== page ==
David Lord ~ Forest Standards Vol. 2

Spanning 14 songs in 37 minutes, Forest Standards Vol. 2 is readily digestible to the casual, uneducated jazz listener. Parker’s work with Tortoise subtly informs the whole record, starting with the post-rock mathiness of the opener. “Cloud Ear” starts with some discordant guitar patterns before Lord effortlessly floats atop everything. He has a sturdy connection with classic jazz— a few tracks here are blueprinted from Miles Davis and John Coltrane cuts— but the alluring crossover of art rock puts him on equal ground with the likes of BADBADNOTGOOD and The Comet Is Coming, other contemporaries pushing the envelope on what traditional jazz means in 2020. The improvisation sometimes sounds as much like a hotel ballroom rendition of Amnesiac-era Radiohead as it does a studio jazz group reworking classics. 

If the bridge between Radiohead and David Lord feels easy enough to cross, it’s only because of the unorthodox application of traditional songwriting. These are standards, afterall. There’s a tongue-in-cheekiness to the straightforward regimen of one player soloing over repeating chord structures. The short runtimes necessitate quick impact, but Lord subverts all the cut and dry jazz associations with whimsy. It’s the use of Lydian mode that erases barriers between beginnings and endings, making tracks like “Turtle Mushroom” and “Nectaries” sound much more nebulous than they are on paper. It’s a bit like repeatedly circling a dense trail without caring how much of the same foliage you encounter.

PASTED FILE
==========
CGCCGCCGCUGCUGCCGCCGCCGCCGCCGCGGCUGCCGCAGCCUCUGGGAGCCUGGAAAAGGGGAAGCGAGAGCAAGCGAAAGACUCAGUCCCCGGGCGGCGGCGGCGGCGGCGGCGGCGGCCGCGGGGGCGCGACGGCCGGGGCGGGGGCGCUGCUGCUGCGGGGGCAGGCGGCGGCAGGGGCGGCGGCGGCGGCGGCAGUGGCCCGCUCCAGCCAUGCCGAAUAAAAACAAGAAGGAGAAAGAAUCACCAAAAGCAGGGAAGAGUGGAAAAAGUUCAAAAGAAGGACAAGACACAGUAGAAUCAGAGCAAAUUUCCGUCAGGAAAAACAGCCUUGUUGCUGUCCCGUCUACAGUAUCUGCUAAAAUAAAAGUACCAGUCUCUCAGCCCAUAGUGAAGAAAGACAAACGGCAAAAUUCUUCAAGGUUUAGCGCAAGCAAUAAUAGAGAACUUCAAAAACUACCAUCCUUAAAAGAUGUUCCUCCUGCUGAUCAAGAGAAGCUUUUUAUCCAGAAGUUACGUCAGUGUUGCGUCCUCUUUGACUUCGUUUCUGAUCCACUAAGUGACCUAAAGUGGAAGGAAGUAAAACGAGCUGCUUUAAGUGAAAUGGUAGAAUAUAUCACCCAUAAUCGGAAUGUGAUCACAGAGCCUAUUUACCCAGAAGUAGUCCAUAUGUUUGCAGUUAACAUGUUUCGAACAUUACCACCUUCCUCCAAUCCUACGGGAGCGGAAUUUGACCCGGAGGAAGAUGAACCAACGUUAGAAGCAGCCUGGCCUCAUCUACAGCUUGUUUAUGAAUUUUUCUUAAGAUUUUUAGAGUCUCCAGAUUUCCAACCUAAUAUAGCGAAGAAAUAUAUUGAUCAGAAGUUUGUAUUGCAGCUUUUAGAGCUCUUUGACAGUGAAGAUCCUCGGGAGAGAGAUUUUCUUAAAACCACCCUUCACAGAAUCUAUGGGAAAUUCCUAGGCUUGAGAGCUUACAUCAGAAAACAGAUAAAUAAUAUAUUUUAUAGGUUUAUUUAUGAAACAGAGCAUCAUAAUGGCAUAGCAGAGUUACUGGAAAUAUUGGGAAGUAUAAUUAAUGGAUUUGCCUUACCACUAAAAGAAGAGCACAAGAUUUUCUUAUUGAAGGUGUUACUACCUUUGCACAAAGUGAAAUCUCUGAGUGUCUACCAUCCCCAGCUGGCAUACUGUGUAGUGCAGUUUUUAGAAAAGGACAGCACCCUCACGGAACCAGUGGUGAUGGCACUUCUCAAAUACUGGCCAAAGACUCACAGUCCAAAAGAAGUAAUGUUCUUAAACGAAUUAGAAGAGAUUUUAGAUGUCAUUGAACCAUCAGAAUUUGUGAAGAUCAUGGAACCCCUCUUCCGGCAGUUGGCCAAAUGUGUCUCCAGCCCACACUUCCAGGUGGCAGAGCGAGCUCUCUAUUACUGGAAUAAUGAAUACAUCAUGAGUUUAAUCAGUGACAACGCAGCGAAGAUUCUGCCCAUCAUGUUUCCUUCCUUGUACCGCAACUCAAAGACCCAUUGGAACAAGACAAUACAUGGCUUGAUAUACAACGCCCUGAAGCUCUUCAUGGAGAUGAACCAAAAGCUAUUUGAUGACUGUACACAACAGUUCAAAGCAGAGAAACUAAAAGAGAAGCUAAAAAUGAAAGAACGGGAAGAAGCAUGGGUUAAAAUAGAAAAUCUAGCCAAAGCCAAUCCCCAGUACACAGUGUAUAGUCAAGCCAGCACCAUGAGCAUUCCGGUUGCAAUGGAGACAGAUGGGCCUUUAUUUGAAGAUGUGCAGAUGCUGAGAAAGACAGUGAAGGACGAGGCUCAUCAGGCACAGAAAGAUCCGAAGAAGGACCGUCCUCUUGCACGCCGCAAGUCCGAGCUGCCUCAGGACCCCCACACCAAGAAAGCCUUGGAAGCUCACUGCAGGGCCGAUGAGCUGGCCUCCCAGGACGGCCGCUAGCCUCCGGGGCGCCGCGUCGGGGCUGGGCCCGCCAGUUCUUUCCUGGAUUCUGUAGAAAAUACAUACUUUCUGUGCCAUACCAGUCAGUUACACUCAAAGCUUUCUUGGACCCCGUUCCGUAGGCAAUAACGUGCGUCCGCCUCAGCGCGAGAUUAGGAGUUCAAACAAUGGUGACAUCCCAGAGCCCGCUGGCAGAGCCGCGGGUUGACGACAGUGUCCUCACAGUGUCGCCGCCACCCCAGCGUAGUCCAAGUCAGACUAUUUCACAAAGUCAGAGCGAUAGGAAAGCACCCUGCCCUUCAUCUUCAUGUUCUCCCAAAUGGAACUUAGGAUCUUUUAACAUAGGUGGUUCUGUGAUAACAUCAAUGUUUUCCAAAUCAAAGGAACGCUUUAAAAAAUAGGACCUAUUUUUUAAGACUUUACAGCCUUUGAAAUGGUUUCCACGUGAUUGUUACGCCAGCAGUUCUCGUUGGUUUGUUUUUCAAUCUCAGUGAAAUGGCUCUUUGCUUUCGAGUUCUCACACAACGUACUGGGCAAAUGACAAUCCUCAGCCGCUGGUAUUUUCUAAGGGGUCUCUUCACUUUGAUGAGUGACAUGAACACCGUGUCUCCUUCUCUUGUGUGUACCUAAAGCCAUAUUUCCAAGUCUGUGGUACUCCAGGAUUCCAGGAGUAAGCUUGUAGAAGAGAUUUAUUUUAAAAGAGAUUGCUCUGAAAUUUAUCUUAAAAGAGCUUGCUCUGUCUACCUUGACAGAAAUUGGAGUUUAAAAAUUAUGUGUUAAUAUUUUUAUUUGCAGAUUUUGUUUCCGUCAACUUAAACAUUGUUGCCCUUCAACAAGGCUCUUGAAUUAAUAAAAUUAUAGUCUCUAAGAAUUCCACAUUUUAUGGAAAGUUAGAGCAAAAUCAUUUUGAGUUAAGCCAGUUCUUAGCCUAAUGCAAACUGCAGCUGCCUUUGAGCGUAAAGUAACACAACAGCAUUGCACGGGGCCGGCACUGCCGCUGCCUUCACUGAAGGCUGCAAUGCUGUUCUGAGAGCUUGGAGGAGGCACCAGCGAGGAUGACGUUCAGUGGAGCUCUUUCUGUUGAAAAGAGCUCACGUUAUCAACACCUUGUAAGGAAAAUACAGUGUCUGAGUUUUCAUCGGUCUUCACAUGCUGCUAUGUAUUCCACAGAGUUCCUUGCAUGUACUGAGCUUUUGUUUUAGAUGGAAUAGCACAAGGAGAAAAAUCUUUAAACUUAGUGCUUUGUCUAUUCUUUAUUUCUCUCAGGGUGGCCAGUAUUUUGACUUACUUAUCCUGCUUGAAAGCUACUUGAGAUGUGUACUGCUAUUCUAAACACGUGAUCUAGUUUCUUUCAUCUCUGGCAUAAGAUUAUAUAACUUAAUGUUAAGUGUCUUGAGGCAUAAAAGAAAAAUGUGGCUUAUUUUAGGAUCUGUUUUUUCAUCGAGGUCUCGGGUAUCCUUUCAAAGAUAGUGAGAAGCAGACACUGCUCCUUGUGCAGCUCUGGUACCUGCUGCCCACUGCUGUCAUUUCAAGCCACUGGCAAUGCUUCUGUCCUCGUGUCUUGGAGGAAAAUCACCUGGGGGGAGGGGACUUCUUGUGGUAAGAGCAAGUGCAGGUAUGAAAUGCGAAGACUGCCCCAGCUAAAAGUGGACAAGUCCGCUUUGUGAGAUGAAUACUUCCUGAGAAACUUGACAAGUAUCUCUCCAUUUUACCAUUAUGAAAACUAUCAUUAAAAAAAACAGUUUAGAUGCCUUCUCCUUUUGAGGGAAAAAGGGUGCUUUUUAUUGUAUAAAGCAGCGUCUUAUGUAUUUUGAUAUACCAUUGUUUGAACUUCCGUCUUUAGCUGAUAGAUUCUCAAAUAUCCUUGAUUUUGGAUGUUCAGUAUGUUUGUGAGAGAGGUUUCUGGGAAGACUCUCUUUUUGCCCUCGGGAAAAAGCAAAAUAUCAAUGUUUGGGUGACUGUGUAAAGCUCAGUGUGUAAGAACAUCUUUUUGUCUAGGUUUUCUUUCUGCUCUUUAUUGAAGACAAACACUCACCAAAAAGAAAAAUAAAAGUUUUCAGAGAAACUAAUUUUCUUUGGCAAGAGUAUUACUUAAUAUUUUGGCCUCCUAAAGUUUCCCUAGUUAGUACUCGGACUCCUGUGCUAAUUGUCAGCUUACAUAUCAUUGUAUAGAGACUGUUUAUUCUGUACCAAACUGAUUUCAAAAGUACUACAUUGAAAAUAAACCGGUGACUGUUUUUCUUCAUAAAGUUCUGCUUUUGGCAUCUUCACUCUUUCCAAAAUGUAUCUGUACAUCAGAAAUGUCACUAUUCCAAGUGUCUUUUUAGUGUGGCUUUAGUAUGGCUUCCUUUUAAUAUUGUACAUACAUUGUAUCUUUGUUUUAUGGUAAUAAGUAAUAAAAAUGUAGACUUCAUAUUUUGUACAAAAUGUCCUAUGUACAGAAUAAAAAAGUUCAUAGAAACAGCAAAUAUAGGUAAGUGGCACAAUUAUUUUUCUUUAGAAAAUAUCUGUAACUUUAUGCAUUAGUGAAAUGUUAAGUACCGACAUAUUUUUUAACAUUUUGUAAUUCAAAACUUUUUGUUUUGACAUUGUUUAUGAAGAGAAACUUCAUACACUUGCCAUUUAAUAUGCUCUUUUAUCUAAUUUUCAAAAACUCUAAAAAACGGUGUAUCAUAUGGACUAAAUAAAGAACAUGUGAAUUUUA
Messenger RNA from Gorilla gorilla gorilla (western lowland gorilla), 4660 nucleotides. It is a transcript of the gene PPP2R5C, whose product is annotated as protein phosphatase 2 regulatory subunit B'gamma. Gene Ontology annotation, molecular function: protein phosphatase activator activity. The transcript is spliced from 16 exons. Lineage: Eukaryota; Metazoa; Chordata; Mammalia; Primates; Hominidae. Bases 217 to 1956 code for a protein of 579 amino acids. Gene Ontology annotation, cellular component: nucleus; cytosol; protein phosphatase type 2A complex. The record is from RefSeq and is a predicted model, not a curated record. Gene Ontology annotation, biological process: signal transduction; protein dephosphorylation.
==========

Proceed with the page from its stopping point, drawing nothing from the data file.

The first Forest Standards left more breathing room for arrangements, focusing more on space than atmosphere. This volume trades out that loftiness for quizzical contemplation. Shorter “interlude” pieces drift a bit aimlessly, happy to exist as tidy ramblings. Two of these sketches, “Red Bananas” and “An Amanita,” work in tandem as they both feature Parker’s classical acoustic guitar underneath Lord’s breakneck arpeggios. They’re both short stories that thread singular purpose through gaudy Rococo exposition. The only big statements are reserved for lengthier excursions, like the ominous “Turtle Mushroom” with its back and forth vibraphone/guitar interplay, or the slow-motion tilt a whirl of “Blue Morpho,” neither of which sound remotely indulgent.

True to its namesake, Forest Standards Vol. 2 is perplexingly calm and twisted, the kind of listening experience best suited for an easygoing morning on a blustery day. Its engagement with canonical jazz is rightfully earned, but mischievously delivered with a knowing wink. These are gently fun songs for livening up time in a slowed down world.  (Josh Hughes)

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